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Cutting the blood supply of tumour cells

Heparanase is an enzyme that is produced in excess in tumour cells. Researchers under the umbrella of HEPARANASE project have investigated the identification of the products of the enzyme and their mode of operation as a potential basis for gene therapy.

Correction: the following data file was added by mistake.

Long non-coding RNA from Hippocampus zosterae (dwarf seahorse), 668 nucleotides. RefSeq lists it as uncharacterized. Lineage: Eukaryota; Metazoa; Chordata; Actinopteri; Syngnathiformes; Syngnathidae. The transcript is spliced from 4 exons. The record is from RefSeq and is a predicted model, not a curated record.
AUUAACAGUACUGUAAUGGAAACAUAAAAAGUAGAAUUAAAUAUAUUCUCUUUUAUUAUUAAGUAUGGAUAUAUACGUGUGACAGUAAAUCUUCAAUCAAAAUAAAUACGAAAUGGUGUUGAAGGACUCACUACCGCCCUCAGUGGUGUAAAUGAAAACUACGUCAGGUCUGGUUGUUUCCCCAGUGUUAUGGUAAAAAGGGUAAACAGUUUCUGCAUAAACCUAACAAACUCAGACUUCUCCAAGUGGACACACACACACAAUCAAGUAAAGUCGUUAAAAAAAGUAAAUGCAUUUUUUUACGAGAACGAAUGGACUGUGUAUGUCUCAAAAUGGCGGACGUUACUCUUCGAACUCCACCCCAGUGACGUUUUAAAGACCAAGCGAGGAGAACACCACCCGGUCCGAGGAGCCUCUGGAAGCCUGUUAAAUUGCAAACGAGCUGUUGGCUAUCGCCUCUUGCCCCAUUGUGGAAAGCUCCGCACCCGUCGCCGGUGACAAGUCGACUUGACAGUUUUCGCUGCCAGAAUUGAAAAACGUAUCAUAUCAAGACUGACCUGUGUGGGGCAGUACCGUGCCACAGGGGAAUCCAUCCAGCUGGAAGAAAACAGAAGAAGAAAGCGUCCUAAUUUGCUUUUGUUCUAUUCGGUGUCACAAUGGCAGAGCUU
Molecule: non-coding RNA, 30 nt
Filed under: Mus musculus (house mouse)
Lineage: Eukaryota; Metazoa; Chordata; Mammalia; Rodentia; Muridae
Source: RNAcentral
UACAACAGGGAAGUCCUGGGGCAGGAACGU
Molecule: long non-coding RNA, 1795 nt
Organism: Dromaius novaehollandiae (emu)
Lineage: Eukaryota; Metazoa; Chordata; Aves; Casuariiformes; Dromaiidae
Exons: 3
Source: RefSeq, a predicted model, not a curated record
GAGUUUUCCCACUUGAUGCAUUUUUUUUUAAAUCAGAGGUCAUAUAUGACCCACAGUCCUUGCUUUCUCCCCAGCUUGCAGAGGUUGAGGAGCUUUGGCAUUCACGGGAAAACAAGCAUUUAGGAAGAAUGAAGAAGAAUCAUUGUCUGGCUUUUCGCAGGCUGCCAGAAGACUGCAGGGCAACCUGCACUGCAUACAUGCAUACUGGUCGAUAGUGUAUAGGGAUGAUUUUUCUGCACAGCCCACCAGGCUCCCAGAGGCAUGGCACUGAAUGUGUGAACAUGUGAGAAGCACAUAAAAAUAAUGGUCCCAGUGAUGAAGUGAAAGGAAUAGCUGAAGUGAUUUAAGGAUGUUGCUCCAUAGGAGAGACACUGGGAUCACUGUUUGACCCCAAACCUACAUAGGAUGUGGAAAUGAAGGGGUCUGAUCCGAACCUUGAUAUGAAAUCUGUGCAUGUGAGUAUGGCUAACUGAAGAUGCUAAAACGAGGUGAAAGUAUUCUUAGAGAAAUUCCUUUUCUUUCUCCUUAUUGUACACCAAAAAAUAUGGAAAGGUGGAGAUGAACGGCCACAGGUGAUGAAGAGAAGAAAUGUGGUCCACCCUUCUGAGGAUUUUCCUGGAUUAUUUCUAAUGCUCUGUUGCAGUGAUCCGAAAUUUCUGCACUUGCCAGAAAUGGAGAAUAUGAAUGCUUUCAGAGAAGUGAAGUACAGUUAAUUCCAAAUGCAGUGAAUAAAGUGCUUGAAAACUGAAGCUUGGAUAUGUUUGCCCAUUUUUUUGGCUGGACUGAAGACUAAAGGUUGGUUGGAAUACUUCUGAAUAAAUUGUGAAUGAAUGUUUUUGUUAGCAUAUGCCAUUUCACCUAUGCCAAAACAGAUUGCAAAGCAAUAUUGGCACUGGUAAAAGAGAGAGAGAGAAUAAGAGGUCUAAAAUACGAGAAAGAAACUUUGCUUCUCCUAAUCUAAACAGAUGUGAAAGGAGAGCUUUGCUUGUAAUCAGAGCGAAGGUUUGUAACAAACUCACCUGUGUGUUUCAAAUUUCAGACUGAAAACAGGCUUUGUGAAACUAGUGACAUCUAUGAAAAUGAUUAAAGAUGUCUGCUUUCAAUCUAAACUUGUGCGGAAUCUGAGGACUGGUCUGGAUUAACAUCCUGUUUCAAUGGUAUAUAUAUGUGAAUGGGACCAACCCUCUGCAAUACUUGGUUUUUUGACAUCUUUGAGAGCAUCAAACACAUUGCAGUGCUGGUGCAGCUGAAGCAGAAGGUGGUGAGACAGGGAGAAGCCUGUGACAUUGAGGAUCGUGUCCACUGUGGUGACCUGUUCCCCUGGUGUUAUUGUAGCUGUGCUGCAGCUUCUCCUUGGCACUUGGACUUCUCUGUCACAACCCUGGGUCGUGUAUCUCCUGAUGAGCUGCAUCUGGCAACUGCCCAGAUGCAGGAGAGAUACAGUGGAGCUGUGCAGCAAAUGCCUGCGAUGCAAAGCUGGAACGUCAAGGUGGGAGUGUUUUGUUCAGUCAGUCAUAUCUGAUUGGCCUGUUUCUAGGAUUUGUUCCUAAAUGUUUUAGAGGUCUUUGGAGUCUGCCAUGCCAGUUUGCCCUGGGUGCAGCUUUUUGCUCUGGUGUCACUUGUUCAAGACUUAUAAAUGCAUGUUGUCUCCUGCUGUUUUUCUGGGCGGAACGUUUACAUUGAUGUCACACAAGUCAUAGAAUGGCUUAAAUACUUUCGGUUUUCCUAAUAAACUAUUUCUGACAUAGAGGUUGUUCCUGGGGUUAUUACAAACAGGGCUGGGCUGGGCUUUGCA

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Heparanase is an enzyme that acts on heparan sulphate (HS) thereby releasing growth factors that are implicated in tumour cell proliferation, metastasis and angiogenesis. Angiogenesis or the development of blood supply for the cancer cells is a prerequisite for tumour enlargement and subsequent metastasis when tumour cells spread to other parts of the body. In order to develop suitable angiogenesis inhibitors, it is necessary to determine the complex sequences of heparan sulphate and other structurally related molecules. The use of mono-dimensional nuclear magnetic resonance (NMR) spectroscopy is limited because of the manifestation of signal overlap. The team at Istituto di Ricerche Chimiche and Biochimiche G. Ronzoni in Italy investigated heteronuclear single quantum coherence (HSQC) spectroscopy which yields a two dimensional result. They discovered that with the appropriate signals the desired higher resolution was achieved for quantitative measurements with HSQC. The method was evaluated to determine the structure of the heparin and heparan sulphate molecules that had various substitutions. HS mimics were obtained by replacing reactive side groups with sulphate groups. Some of these molecules served successfully as heparanase inhibitors to prevent the progression of the deadly pathway. The same team also established a reliable method to study the extent that heparanase cleaves its substrate molecule. They set up an on-line liquid chromatography/mass spectrometry method. This works at nanomolar concentrations and does not require radioactive or fluorofore detection. They found that the molecule is cut at a certain five-sugar sequence even if it is not part of a larger sugar molecule. Moreover, this sequence is available as a commercial product and it can therefore be used as a substrate to replace HS molecules that are difficult to produce or have to be extracted from animals. The successful development of anticancer drugs based on molecular mimics is a specific, non-invasive way to treat cancer. The results of this team's work therefore represent several potential steps in the use and testing of molecular inhibitors of the angiogenesis process.

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